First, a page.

This session presents findings from a survey of academic librarians critically examining how (or if) we contextualize peer review for our students, whether or not we interrogate (or encourage our students to interrogate) peer review’s primacy within academia, and how (or if) concepts from the ACRL Framework arise in our pedagogy. We critically examine the peer review process and leave with ideas for presenting a more complex picture of scholarly communication to our students.
Iteratively Co-Designing an Author’s Rights Session for Undergraduate English Majors (Maraschi)
Michaela Willi Hooper, Scholarly Communication Librarian, Oregon State University
Jane Nichols, Emerging Technologies and Instruction Librarian, Oregon State University
The Framework for Information Literacy for Higher Education reflects how important it is for students to understand how intellectual property impacts them. At Oregon State University, the English subject librarian regularly teaches a one credit library skills course to English majors. She teamed with the scholarly communication librarian to design a class session in which students learn about their twin roles as content creators and consumers. The librarians drew on frameworks such as Char Booth’s USER model, scaffolding, and the zone of proximal development. They designed an active learning exercise in which students analyzed scenarios related to copyright, fair use, Creative Commons, and the public domain. The librarians honed the lesson over several terms to increase relevancy and narrow the gap between students’ existing knowledge and expected outcomes. This was made possible because the course instructor and scholarly communication librarian used student assessment and co-reflection to iteratively improve the session.
2:00 – 2:30 Networking Break
2:30 – 3:30 Breakout Sessions
Information Has Value a View from Three Institutions (Xavier)
Dani Brecher Cook, Director of Teaching and Learning, University of California Riverside Library
Jessica Davila Green, STEM Librarian Team Leader, the Claremont Colleges Library
Allegra Swift, Scholarly Communication & Publishing Coordinator, The Claremont Colleges Library
The ACRL Framework for Information Literacy explicitly ties the work of information literacy and scholarly communications librarians together in a way that we have not previously seen in the profession. In particular, the frame of “Information Has Value” encourages instruction librarians to address questions of information privilege, access, ethics, and attribution–historically, the realm of scholarly communications.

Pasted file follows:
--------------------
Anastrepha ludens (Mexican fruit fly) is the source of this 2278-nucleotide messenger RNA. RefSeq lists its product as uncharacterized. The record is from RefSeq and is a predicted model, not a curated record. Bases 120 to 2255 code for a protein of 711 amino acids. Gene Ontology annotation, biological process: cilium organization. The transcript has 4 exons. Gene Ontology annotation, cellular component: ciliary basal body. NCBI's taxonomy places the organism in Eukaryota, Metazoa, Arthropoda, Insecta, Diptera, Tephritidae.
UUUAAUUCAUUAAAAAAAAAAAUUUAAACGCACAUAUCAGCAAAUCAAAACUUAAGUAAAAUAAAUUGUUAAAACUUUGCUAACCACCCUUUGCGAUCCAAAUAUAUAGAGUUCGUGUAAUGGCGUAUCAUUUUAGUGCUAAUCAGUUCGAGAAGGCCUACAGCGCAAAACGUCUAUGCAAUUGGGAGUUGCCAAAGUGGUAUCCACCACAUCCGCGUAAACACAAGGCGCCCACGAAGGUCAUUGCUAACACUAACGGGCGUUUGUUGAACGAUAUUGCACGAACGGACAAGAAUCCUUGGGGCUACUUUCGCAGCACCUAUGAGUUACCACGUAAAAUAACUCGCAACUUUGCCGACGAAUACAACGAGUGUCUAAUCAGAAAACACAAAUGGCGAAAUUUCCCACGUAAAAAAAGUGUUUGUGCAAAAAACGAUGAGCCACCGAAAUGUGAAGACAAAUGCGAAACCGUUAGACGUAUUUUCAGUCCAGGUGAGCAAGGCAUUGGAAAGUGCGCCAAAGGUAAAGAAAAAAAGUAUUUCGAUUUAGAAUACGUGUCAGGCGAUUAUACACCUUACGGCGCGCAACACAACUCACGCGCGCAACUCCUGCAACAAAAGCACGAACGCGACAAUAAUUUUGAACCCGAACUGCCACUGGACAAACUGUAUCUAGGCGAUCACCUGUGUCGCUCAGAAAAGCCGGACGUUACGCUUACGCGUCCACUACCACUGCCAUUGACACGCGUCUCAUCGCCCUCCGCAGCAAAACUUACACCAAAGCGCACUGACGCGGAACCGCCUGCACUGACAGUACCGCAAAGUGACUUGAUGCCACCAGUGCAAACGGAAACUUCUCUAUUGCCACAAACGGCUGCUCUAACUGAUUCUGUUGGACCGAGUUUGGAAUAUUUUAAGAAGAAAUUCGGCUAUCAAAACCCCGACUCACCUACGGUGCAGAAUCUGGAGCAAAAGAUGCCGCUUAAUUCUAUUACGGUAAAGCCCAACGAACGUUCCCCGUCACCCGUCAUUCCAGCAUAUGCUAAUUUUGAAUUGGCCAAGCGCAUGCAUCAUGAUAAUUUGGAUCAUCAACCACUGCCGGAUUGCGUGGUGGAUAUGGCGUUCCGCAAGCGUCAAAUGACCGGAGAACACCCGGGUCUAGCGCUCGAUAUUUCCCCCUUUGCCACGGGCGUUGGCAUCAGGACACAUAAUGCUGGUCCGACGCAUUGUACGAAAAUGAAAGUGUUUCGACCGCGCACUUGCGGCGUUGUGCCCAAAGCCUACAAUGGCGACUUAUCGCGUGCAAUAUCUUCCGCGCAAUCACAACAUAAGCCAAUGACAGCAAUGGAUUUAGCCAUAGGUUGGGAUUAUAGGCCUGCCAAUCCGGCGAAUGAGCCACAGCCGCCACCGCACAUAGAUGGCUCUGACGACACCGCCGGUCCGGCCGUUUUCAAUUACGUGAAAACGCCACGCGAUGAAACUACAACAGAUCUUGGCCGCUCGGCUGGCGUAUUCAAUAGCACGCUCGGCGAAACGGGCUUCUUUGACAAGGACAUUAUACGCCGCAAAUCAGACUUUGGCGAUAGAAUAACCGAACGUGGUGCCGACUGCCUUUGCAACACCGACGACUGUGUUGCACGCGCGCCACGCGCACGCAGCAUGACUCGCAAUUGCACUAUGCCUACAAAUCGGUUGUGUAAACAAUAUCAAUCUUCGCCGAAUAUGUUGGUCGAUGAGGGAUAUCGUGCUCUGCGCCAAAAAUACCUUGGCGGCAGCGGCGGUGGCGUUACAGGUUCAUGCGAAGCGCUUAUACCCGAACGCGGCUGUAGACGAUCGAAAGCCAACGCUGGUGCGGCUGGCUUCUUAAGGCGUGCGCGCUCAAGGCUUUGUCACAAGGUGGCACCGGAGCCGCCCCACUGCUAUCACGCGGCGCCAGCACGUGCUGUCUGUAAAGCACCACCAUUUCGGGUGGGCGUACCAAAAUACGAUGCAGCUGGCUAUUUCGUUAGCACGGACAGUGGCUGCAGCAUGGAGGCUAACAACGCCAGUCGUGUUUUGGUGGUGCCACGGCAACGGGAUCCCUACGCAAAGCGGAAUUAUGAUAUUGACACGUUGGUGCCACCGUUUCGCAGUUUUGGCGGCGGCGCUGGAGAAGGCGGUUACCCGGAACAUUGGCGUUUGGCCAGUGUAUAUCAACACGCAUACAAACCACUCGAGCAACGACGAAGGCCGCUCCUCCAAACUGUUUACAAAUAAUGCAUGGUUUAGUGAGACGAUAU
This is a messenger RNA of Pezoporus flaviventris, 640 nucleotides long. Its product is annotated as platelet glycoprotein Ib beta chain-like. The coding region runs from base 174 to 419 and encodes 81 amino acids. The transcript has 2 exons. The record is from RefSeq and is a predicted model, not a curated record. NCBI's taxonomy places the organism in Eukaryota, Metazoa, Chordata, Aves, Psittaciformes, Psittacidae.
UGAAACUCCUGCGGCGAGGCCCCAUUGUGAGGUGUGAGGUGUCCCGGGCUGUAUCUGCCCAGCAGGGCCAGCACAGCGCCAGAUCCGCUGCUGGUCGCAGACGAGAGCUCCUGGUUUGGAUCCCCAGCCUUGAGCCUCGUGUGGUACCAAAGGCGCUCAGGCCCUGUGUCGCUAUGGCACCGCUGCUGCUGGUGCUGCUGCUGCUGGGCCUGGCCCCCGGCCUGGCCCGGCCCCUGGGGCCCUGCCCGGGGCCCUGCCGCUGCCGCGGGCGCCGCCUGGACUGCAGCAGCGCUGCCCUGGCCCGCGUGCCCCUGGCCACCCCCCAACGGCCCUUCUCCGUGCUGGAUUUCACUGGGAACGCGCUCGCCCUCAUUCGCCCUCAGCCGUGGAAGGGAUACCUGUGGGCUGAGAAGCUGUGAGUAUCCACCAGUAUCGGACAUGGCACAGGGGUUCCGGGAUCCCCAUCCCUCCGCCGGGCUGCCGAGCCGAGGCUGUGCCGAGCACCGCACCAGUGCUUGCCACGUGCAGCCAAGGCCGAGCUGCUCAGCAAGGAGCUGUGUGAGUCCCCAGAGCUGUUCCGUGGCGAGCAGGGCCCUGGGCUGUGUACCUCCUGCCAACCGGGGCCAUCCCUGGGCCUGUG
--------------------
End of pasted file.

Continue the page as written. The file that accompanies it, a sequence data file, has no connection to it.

In this presentation, three librarians with diverse roles and employed at three dramatically different institutions (a community college, a liberal arts college, and a land-grant university) will discuss the ways in which their instruction relates to “Information Has Value” converge and diverge. From these varied experiences, the presenters propose a tiered model of high-impact approaches to incorporating aspects of the scholarly communication agenda into library instruction, ranging from an introductory writing class to a capstone course. Attendees will have the opportunity to discuss ways they might incorporate “Information Has Value” into their own practice.
Building Faculty Collaboration to Develop Metaliterate Learners (Berman)
Dr. Marianne Delaporte, Chair, Philosophy and Religious Studies, Notre Dame de Namur University
Sanjyot Pia Walawalkar, Academic Technology and Instruction Librarian, Notre Dame de Namur University
In this presentation, an academic technology and instruction librarian and a religious studies faculty member will share the results of implementing the seven elements of the metaliteracy model into course design as proposed by Trudi Jacobson and Tom Mackey (SUNY). The presenters will explain how they developed a course to create open learning environments; taught information literacy in online participatory environments; designed assignments that required students to produce information in multimedia formats in open, collaborative environments; and encouraged students to practice metacognition. The presenters will share how they went beyond teaching discrete search skills and strategies to create lifelong learners with strong habits of inquiry by incorporating the ACRL Framework for Information Literacy for Higher Education, the metaliteracy model, and open educational technologies.
A Dataset is Not a Research Question: GIGO, Student Data Needs, and Data Literacy as Information Literacy (Maraschi)
Dr. Colleen S. Harris, Information Literacy Coordinator and Librarian, California State University, Channel Islands
GIGO (Garbage In, Garbage Out) is the idea that given an input or command, even if flawed or problematic, a computer will unquestioningly process that command, and will produce nonsensical output. Teaching students commands to enter into software once they locate a dataset does nothing to advance their understanding of analysis, which involves deep understanding behind data collection, understanding variables, determining whether the dataset is appropriate to answer the research questions, and deciding appropriate measures for the relationship between variables and research questions. Making librarians crucial partners in social science methodology classes creates an avenue for students to understand connections between the pressing questions they ask and the statistical analyses they perform, a connection too often obfuscated by dread of statistics. This presentation offers tips, techniques, and space for discussion of how information literacy can also mean teaching data literacy, and what that means for our students and faculty.
3:30 Closing Remarks (Xavier)